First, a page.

Thank you so much, and you’re right Emerald is fantastic in the piece. Just so perfect for the role. I’ve known Emerald for some time, as we acted opposite each other a few years ago in a TV show, so I always had her in mind. If I’m honest I explored the character same way I would explore any character of any gender or sexuality. I thought that would appropriately serve the piece that I wanted to write. It was was the anxiety that she was going through that was key to serving the story best. Emerald brought so much to it, that it made it entirely come alive. I can guarantee the writing wasn’t as good as what Emerald gave us. She’s a star! I would often roll the camera when we were filming scenes and talk to her as we shot, I felt like it helped to bring instant responses, so in some way I took on the voice in her head at points. What she then does with that is so magical. Again, apart from the few simple lines that I had written, the chemistry you see between Emerald and Amrita is again all down to them. They are such talented performers and it was a real pleasure for me to see them gel in the way they did. There’s one scene in particular near the end of the piece where they look in each other’s eyes, with no words and you can see their entire story. Their past, their present. It’s an incredible moment between them both.
Emerald’s character is struggling with depression and anxiety. Did you research into that, or do you have experience of it?
Much as I don’t know what it’s like to be a female, or a lesbian for that matter, I felt like what I did know about when writing Queen’s Mile, was the idea of suffering from anxiety. As well as the idea of losing love. I knew something about those and wanted to explore them in some detail. I guess I held on to he idea of the caterpillar and how it’s end actually marks it’s beginning. For me that was a conscious element to writing the story. In the same way I had personally experienced sadness, loss and anxiety in my life. What I didn’t realise at the time going through all that, was that I was on the cusp of finding a new me, my own butterfly, who would learn to appreciate life in a new way. To spread its wings, take risks and achieve desires I always had. In my early 20’s I had experienced anxiety attacks which for a good year or so, felt like they were entirely debilitating. I often wished I didn’t suffer them, or asked questions like why me? Well, I never ask those questions anymore. Going through what I went through, taught me much more about gratitude than blame. I feel like I needed that experience to be exactly who I am today. Much like my own personal journey, ‘The Girl’ in Queen’s Mile, who represents us all, is on track to finding a courage and coping mechanism that only comes from hitting rock bottom.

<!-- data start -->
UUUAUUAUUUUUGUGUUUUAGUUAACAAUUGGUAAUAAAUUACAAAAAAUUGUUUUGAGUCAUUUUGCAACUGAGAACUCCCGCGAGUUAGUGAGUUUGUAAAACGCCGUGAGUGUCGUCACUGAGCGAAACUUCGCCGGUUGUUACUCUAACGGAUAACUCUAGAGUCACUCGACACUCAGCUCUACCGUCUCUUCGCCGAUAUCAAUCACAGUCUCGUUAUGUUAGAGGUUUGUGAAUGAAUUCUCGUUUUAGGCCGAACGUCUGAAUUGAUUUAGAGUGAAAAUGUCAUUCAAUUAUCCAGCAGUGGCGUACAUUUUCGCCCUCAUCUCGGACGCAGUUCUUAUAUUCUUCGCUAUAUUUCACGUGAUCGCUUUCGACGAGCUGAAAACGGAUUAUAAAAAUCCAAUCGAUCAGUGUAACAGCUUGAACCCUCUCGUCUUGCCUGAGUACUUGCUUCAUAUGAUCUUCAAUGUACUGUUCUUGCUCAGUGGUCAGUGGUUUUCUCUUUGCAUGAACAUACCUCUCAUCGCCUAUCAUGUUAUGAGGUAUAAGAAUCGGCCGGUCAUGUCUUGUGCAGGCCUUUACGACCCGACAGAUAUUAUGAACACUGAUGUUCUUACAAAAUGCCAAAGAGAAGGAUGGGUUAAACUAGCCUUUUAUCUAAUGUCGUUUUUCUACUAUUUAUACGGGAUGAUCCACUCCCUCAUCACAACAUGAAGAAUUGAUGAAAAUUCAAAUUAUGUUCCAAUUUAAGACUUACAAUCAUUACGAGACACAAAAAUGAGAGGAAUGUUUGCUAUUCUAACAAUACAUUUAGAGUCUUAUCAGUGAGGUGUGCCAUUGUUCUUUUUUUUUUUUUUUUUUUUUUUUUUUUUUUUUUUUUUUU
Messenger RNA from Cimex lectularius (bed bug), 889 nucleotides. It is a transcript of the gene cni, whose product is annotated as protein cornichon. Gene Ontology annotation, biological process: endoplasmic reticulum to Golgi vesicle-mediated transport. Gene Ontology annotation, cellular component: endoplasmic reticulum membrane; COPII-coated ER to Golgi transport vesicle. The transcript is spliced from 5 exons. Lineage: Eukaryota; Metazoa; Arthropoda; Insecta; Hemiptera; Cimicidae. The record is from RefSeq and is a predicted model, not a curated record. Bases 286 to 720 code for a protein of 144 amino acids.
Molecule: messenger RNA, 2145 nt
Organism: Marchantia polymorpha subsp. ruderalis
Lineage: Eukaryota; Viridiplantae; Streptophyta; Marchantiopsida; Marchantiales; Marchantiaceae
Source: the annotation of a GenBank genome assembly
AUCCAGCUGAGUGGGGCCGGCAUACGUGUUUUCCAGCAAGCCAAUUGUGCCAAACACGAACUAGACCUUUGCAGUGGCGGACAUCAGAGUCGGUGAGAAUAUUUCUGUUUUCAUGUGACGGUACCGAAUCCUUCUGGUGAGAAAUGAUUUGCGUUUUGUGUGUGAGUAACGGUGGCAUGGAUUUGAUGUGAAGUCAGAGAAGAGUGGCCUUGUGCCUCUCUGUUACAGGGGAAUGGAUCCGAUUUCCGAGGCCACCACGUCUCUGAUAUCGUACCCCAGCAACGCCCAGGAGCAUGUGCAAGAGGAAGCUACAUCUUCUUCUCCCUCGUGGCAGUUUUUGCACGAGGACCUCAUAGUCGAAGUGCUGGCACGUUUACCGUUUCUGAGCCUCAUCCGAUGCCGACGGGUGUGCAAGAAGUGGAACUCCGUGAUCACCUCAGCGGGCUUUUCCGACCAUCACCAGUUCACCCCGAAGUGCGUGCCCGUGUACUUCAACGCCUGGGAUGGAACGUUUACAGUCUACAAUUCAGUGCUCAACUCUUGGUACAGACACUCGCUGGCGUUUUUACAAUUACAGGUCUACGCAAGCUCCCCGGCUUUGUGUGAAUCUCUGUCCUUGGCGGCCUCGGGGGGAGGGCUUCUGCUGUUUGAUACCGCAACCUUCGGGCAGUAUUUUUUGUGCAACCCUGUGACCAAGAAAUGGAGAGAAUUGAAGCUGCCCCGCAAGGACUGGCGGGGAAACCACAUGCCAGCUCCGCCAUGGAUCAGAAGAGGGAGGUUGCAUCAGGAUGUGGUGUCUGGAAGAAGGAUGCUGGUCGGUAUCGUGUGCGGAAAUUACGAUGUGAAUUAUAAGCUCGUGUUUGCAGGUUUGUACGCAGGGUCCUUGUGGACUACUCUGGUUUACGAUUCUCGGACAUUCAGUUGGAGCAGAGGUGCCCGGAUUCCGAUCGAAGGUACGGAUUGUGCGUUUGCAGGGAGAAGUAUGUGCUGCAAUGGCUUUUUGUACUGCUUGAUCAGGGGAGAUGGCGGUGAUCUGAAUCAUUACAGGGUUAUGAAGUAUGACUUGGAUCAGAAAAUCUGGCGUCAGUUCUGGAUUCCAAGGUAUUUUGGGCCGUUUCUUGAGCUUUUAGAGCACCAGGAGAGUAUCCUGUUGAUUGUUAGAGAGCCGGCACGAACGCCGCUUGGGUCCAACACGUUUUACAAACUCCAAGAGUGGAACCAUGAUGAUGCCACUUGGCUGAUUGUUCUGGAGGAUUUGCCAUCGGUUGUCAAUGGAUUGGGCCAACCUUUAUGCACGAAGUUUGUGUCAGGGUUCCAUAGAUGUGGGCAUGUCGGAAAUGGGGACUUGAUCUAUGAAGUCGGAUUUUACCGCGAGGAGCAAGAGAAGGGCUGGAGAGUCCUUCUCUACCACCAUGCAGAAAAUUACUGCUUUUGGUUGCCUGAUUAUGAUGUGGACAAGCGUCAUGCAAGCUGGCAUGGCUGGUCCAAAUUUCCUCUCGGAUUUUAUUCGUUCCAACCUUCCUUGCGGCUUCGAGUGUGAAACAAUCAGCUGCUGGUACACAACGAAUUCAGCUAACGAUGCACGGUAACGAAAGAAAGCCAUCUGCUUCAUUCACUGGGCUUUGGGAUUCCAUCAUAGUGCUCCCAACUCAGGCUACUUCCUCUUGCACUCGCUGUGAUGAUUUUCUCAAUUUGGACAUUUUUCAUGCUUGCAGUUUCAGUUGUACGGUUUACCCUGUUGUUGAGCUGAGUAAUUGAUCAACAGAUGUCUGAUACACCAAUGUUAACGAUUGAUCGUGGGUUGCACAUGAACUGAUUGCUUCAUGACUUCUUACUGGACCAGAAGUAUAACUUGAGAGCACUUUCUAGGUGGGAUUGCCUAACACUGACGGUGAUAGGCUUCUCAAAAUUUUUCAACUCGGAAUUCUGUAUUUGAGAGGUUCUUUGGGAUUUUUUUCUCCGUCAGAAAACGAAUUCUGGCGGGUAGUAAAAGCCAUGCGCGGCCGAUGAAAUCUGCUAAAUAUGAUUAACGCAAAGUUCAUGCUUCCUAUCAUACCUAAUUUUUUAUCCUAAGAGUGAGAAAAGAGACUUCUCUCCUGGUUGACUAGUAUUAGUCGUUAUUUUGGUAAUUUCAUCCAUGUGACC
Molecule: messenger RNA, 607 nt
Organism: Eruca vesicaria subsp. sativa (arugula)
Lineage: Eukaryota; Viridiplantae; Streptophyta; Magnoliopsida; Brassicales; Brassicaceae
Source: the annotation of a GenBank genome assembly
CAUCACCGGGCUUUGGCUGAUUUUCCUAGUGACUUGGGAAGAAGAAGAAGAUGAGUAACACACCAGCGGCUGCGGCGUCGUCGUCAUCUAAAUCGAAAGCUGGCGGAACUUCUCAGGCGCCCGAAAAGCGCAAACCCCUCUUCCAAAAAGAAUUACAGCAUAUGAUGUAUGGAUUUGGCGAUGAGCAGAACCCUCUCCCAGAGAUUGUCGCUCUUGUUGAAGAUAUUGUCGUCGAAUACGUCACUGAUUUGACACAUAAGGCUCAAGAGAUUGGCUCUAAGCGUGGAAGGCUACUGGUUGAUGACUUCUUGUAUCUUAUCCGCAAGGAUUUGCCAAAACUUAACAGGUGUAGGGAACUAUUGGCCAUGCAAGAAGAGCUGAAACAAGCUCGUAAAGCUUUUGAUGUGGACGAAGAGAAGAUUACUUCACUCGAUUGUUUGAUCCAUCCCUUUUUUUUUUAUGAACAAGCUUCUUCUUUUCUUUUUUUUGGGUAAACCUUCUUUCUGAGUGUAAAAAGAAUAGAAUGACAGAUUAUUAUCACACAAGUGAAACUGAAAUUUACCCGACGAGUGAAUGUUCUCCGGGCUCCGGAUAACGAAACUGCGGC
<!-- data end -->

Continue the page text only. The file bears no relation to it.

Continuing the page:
How long did the film take from conception to fully realised film?
Well the writing and pre-production and production was all pretty swift. We shot along the Southbank in London for just four days! The real work starts after that. Getting the post production done, of course depends on finance and having the cash to spend on it. Then the festival planning and journey is a whole other story! That’s the time consuming element, because your festival run can last a while, not to mention the work that goes into entering the film. Queen’s Mile has been made in association with Mini Productions and those girls are just amazing. They’re a dynamic duo consisting of April Kelley and Sara Huxley – a fantastic female team! I feel so fortunate to have been joined by them on this journey. Couldn’t have done it without them.
The film leaves you wanting to know more…What are your hopes for the film…a feature?
Oh that’s great! I’m glad you felt like that. I don’t think I want to develop it as a feature. I believe Queen’s Mile works in short format and I like the fact that audiences like yourself want to see what happens next for our lead. It’s ultimately a heart-breaking/heart-warming tale, depending on what you see in it, or how you see life for example. I personally think of it as a story about a young person finding their courage and hope for the future. Its a cloud with a silver lining.
Finally Martin, what’s next for you?
Well for now it’s back to acting. Season 2 of Josh Widdicombe’s sitcom JOSH, is currently on iPlayer and BBC1. I guest star in episode 2 of the new season, along with Freya Parker. I’m filming an American role currently in a big UK/US co-production, unfortunately I can’t say much about that at the moment. I’d love to direct a comedy short at some point soon and I’m developing an idea with a couple of fantastic comedy writers, so you never know, it may be the one for me!
Thank you Martin xx
Take a look at the Trailer:
Interviewed by Karen Bryson
Follow Martin on:
To find out more about the Queen’s Mile visit: Mini Productions